What Does Ab7 Look Like in Music?

If you are reading in standard notation, it needs to contain the notes Ab-C-Eb-Gb—but how they are oriented is irrelevant. You could spread the notes out as far as possible across both hands and play them in any order and it would still count as an Ab7 Chord.  

Though, typically it will appear in one of the inversions described above.

Even without the 5th (G), it still functionally counts as an Ab7 chord, and its inversions look like this:

How Do I Know Which Inversion to Use?

If you are playing something written out in standard notation, then the specific inversion will be clear. If you’re reading a chord sheet or a lead sheet, and the inversion isn’t stated, then you are left with a choice between tone-color and facility.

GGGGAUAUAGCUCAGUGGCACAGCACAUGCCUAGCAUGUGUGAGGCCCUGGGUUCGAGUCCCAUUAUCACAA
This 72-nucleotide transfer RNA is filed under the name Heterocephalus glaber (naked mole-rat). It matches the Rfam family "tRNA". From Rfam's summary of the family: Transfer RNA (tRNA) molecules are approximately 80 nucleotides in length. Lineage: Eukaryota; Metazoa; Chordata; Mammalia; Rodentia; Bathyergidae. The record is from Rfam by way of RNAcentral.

On the fly, facility reigns supreme. If you’re sitting in on a jam session and reading a song you don’t know as well, go with whatever version of the chord comes out first.  Once you are more familiar with a song, you can substitute different inversions to get ones that are more sonically pleasing.

When you’re thinking about facility, all you really need to worry about is what inversion is the easiest to reach from your current chord. Say, for instance, you are playing a Db (D-flat major) chord and you need to play an Ab7 chord immediately afterwards (here is that authentic cadence we talked about at the beginning again).  Typically, this will mean that you are going to return to that Db chord after playing the Ab7 to complete the cadence.

If you are playing the Db in root position (Db-F-Ab) using a 1-3-5 hand shape, then the easiest way to transition to the Ab7 would be to play first inversion (C-Eb-Gb-Ab) with a 1-2-4-5 hand shape.